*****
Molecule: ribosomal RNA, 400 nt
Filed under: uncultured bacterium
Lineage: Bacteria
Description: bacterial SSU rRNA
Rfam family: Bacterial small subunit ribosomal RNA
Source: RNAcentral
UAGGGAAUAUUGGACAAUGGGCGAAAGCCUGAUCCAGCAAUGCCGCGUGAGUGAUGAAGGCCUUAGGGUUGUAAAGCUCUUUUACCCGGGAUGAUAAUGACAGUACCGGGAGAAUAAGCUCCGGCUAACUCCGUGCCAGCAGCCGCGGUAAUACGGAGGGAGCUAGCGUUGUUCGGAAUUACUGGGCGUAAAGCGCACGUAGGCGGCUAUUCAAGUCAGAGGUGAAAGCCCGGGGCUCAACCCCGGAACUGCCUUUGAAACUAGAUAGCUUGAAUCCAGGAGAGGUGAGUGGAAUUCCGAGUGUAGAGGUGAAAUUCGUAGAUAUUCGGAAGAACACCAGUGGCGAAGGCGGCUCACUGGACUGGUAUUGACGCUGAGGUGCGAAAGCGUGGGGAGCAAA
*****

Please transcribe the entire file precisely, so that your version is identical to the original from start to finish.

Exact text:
Molecule: ribosomal RNA, 400 nt
Filed under: uncultured bacterium
Lineage: Bacteria
Description: bacterial SSU rRNA
Rfam family: Bacterial small subunit ribosomal RNA
Source: RNAcentral
UAGGGAAUAUUGGACAAUGGGCGAAAGCCUGAUCCAGCAAUGCCGCGUGAGUGAUGAAGGCCUUAGGGUUGUAAAGCUCUUUUACCCGGGAUGAUAAUGACAGUACCGGGAGAAUAAGCUCCGGCUAACUCCGUGCCAGCAGCCGCGGUAAUACGGAGGGAGCUAGCGUUGUUCGGAAUUACUGGGCGUAAAGCGCACGUAGGCGGCUAUUCAAGUCAGAGGUGAAAGCCCGGGGCUCAACCCCGGAACUGCCUUUGAAACUAGAUAGCUUGAAUCCAGGAGAGGUGAGUGGAAUUCCGAGUGUAGAGGUGAAAUUCGUAGAUAUUCGGAAGAACACCAGUGGCGAAGGCGGCUCACUGGACUGGUAUUGACGCUGAGGUGCGAAAGCGUGGGGAGCAAA